The Budget’s targeting of so called ‘hard to reach groups’ is an important step, with additional mental health resources to be provided for young people and those living in rural and remote areas.
All bibliographies are sourced from the library database of the Australian Institute of Family Studies, and related to international and Australian research on family wellbeing in Australia.
While the proportion of deaths from heart disease has decreased over the past decade, it still accounted for 16.0% of all deaths in 2009, compared with 20.9% in 2000. Deaths due to dementia and Alzheimer's disease have more than doubled over the past 10 years, accounting for 5.9% of all deaths in 2009 compared to 2.8% in 2000. Dementia and Alzheimer's disease are now the third leading cause of death overall. Lung cancer was responsible for the most deaths caused by cancer accounting for 5.5% of all deaths and is the second leading cause of death for males and the fourth leading cause for females. There were 2,130 deaths due to suicide in 2009, accounting for 22% of all deaths amongst 15-24 year old males in 2009. Heart disease remains the leading cause of death amongst Aboriginal and Torres Strait Islander Australians, accounting for 15.3% of all Indigenous deaths.
Major sections include early childhood education and training; justice; health data; community services; and housing & homelessness.
The site has sections for consumers, health professionals and industry suppliers. Topics covered include regulations; recalls; reporting; assessing unapproved, internet and overseas products; travellers and medicines; education modules; consumer medicines information; and a lot more.
The health and welfare of Australia's Aboriginal and Torres Strait Islander people: an overview 2011 [AIHW]
For the first time, the report looks at the impact of chronic diseases on the life expectancy gap between Indigenous and non-Indigenous Australians (currently estimated to be 12 years for men and 10 years for women). It shows that about 80% of the mortality gap can be attributed to chronic diseases, most significantly heart diseases (22%), followed by diabetes (12%) and liver diseases (11%).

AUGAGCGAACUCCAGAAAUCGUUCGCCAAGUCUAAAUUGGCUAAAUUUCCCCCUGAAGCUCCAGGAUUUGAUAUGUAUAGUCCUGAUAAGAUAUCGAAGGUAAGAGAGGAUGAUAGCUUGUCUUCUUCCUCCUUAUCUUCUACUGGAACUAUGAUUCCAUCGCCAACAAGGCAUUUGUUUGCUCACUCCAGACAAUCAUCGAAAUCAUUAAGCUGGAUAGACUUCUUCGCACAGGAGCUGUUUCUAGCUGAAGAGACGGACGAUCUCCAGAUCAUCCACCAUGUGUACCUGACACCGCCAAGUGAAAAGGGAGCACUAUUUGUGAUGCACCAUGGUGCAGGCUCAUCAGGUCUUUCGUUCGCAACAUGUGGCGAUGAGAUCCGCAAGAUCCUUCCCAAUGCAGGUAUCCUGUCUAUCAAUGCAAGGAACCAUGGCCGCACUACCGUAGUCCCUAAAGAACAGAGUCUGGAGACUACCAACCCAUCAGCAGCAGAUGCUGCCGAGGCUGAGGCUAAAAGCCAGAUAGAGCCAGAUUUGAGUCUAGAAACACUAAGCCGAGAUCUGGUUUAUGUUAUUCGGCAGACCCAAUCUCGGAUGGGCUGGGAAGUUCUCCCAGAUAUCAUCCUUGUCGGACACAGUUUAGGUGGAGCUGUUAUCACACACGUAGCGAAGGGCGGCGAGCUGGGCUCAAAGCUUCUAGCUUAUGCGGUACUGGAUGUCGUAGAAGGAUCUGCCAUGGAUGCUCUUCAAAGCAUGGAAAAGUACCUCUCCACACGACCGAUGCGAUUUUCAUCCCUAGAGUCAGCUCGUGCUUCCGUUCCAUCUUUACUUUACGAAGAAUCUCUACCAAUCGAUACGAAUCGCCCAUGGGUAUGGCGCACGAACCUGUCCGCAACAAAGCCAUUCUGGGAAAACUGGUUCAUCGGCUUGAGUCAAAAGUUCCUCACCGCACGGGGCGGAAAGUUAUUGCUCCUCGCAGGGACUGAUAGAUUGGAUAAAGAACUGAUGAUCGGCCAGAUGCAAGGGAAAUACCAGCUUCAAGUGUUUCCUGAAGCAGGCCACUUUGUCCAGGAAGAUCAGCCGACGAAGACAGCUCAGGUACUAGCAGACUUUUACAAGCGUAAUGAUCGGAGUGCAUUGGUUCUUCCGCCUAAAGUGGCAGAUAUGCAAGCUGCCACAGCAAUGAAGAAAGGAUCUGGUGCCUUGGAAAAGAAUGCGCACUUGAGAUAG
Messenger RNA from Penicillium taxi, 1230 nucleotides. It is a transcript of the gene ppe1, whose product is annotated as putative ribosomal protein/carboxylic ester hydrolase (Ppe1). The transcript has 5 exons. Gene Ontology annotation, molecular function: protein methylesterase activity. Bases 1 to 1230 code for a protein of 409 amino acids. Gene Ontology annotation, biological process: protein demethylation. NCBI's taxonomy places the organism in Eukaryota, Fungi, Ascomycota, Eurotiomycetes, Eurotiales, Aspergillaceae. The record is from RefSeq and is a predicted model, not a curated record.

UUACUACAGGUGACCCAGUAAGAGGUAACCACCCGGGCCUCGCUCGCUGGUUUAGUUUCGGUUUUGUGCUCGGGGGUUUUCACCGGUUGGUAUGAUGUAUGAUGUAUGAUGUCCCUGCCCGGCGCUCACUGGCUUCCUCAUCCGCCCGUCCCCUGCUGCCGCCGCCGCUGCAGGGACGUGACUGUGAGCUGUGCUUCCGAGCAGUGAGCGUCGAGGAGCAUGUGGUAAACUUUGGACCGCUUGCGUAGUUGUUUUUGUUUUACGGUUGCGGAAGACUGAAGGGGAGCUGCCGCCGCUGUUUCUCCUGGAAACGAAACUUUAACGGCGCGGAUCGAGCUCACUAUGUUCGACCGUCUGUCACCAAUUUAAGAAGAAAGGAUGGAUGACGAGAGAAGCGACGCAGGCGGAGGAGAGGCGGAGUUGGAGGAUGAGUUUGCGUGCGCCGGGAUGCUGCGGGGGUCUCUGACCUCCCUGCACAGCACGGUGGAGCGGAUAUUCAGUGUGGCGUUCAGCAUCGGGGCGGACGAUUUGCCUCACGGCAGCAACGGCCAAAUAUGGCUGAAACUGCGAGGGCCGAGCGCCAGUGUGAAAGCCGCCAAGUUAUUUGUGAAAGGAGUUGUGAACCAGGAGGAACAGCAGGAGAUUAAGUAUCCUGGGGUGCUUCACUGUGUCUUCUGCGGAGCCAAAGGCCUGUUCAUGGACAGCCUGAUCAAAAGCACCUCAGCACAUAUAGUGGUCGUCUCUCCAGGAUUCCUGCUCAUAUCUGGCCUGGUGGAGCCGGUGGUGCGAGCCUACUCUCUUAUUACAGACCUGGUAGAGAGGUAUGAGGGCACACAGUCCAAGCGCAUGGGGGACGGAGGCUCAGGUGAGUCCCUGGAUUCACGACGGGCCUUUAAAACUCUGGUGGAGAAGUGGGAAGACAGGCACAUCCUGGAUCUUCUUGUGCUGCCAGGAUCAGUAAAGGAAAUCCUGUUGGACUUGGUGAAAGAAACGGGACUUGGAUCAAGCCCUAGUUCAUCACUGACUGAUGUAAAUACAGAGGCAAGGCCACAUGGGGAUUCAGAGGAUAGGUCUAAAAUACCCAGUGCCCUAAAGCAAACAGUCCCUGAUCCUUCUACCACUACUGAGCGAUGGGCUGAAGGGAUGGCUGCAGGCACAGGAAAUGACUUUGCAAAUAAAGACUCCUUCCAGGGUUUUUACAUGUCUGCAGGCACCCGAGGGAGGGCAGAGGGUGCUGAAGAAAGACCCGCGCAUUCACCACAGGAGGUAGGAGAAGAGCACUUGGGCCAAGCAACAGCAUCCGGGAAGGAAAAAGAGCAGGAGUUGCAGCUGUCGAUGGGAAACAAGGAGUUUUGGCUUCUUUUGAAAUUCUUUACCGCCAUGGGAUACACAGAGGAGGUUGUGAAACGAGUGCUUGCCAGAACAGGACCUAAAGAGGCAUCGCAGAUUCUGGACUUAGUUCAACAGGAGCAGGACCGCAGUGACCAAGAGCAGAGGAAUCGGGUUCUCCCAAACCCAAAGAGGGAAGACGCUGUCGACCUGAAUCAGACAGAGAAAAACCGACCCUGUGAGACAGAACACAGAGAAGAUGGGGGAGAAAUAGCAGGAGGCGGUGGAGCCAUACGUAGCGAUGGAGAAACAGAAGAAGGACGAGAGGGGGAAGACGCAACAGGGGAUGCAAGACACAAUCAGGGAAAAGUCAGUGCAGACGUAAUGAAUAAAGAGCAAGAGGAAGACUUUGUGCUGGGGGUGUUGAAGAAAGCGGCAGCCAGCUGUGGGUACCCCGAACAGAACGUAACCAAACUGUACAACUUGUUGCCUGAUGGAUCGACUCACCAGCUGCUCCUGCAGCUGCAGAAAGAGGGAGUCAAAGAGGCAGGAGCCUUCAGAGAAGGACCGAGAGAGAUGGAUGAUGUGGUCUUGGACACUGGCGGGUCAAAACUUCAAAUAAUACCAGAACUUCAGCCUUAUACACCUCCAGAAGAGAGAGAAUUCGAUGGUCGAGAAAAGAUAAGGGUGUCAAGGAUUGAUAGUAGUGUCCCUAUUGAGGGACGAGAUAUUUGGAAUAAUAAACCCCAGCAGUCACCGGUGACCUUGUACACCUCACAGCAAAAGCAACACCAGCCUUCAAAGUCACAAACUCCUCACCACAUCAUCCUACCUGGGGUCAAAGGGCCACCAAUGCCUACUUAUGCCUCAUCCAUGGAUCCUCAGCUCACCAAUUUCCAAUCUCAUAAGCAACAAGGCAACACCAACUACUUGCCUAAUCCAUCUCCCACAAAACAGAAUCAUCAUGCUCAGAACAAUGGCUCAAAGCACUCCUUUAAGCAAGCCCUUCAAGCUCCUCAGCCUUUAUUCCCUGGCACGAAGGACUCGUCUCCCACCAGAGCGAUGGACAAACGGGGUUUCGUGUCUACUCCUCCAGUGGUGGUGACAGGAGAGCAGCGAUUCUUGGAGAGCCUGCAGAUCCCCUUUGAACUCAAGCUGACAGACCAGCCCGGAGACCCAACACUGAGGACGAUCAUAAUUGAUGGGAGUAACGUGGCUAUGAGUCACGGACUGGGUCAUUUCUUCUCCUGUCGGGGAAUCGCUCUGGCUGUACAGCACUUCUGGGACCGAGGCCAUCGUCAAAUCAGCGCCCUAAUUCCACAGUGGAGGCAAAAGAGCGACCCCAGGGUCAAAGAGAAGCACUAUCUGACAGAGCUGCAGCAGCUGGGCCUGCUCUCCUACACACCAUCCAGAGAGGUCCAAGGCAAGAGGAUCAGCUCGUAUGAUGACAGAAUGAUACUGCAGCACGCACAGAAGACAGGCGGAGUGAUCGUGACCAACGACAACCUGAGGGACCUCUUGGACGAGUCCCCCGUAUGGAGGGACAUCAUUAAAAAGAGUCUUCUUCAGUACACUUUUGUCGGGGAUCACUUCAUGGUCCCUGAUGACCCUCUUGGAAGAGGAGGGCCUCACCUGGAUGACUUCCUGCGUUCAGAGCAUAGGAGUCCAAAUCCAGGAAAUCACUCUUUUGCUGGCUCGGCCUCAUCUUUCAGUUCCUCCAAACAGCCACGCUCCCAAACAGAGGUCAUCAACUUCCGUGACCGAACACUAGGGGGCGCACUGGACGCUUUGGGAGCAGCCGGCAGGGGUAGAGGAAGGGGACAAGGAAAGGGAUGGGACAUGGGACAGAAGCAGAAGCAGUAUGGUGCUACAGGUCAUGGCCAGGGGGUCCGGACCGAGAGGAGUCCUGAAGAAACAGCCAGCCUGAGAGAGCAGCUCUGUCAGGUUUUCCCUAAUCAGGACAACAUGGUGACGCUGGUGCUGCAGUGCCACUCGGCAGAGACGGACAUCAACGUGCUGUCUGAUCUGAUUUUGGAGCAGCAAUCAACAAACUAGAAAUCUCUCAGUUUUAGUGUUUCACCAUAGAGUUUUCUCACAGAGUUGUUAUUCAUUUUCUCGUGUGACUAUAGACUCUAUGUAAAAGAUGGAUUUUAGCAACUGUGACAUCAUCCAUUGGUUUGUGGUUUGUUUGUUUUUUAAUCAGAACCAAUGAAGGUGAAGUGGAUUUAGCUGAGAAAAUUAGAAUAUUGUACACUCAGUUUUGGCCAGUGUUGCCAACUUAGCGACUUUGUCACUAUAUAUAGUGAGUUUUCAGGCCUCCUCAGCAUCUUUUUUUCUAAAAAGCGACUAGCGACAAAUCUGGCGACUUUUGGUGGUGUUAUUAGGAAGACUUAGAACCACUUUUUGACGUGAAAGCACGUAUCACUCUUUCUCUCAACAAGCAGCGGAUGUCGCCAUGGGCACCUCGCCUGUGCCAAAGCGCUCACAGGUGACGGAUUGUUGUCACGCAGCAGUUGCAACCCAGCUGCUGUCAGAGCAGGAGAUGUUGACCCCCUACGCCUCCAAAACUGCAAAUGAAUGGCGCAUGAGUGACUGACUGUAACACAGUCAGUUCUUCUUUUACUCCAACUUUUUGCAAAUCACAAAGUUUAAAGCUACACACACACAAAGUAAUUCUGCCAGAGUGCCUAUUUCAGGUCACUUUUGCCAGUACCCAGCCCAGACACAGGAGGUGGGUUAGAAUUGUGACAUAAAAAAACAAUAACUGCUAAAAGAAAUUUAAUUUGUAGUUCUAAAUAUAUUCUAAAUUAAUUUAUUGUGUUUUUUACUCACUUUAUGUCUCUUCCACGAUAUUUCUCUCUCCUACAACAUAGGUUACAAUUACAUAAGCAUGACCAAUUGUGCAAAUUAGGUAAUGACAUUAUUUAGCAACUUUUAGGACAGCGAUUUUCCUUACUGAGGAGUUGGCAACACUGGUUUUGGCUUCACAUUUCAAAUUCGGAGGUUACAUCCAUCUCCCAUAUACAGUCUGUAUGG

"Many chronic diseases have inter-related risk factors which are often associated with social and economic disadvantage in areas such as housing, education and employment," said Institute spokesperson Dr Fadwa Al-Yaman. "Much of this chronic disease is potentially preventable."
A key product of the observatory is the report The health and welfare of Aboriginal and Torres Strait Islander People, an overview 2011, which draws extensively on the AIHW and ABS data collections.
In addition the observatory initially contains a range of observatory papers covering an array of topics that are highly relevant to the current debates. The topics of the papers include:
Access to health services
International comparisons of life expectancy
Contribution of chronic disease to the mortality gap
Each paper includes a summary page, presenting the most important or interesting messages, with the full report also available for download. The collection will be added to and updated in 'real time', as new papers are completed. The AIHW observatory complements the ABS Indigenous data collections. Between them both, readers can access a comprehensive statistical overview of Indigenous health and welfare.
Artwork for the observatory has been sourced through a local Indigenous artist, James Baban. The painting is about health, wellbeing and support. It illustrates that Aboriginal and Torres Strait Islander people have unique cultures and ways of perceiving the world. Only through two-way culturally appropriate communication and engagement can relevant services and support be provided to Indigenous people.
The NBA Patient Blood Management Guidelines Module 1 - Critical Bleeding/Massive Transfusion is the first of six patient blood management modules being developed to replace the NHMRC/Australasian Society of Blood Transfusion (ASBT) Clinical Practice Guidelines for the Use of Blood Components (2001). Future modules under development by NBA will address peri-operative, medical, critical care, obstetric and paediatric patient blood management.
Amongst the many topics covered are :
* The health of the rural health workforce
* Harnessing a University to address rural workforce shortages
* Physiotherapy in rural and regional Australia
* Rural nursing and midwifery workforce
* Junior medical officer recruitment
* Medical students and rural general practitioners.
Also available are the 2008 virtual issues on mental health and indigenous health.